Thursday, January 16, 2014

Sherlock and the science of "sixth sense"

Part of the reason I haven't written for a week is because I've been sucked into watching Sherlock - a clever, near-perfectly executed series in which the title character (played by Benedict Cumberbatch) constantly cracks cases and outwits foes through what he calls the The Science of Deduction:
This is what I do:

1. I observe everything. 
2. From what I observe, I deduce everything. 
3. When I've eliminated the impossible, whatever remains, no matter how mad it might seem, must be the truth.
Now it seems that real-life researchers have taken this advice to heart.

A recent study claims that what we call ESP or "sixth sense" may simply be subconscious observation:
This was the conclusion researchers from Melbourne School of Psychological Sciences came to after they performed a study in which nearly 50 participants were shown a pair of pictures of the same woman.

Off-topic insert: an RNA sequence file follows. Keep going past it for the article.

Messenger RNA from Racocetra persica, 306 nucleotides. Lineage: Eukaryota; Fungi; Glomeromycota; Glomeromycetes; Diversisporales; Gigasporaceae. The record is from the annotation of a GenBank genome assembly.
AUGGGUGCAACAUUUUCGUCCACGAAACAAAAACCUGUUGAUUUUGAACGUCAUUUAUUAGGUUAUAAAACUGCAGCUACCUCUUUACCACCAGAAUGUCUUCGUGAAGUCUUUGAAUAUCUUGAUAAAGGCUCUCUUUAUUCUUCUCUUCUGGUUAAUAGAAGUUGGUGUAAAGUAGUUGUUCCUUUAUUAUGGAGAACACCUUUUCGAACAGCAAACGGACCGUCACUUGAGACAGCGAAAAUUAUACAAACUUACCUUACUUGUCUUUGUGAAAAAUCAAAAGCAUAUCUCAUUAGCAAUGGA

The images were displayed for 1.5 seconds each with a one second break between them. Once the last photo was shown, the participant was asked whether a changed had occurred and, if so, what.

In some instances, there was no change, while in other cases the woman had a different hairstyle or switched around her accessories, including earrings, necklace or glasses.

"Changes could only be detected by comparing the two photographs," the researchers wrote in the study.

According to the researchers, the findings showed that participants could usually detect a change even if they were unsuccessful in identifying what precisely had shifted around. The result was observers reportedly "feeling" or "sensing" a change without being able to point directly at one.
Then again, who's to say the researchers deduced everything?

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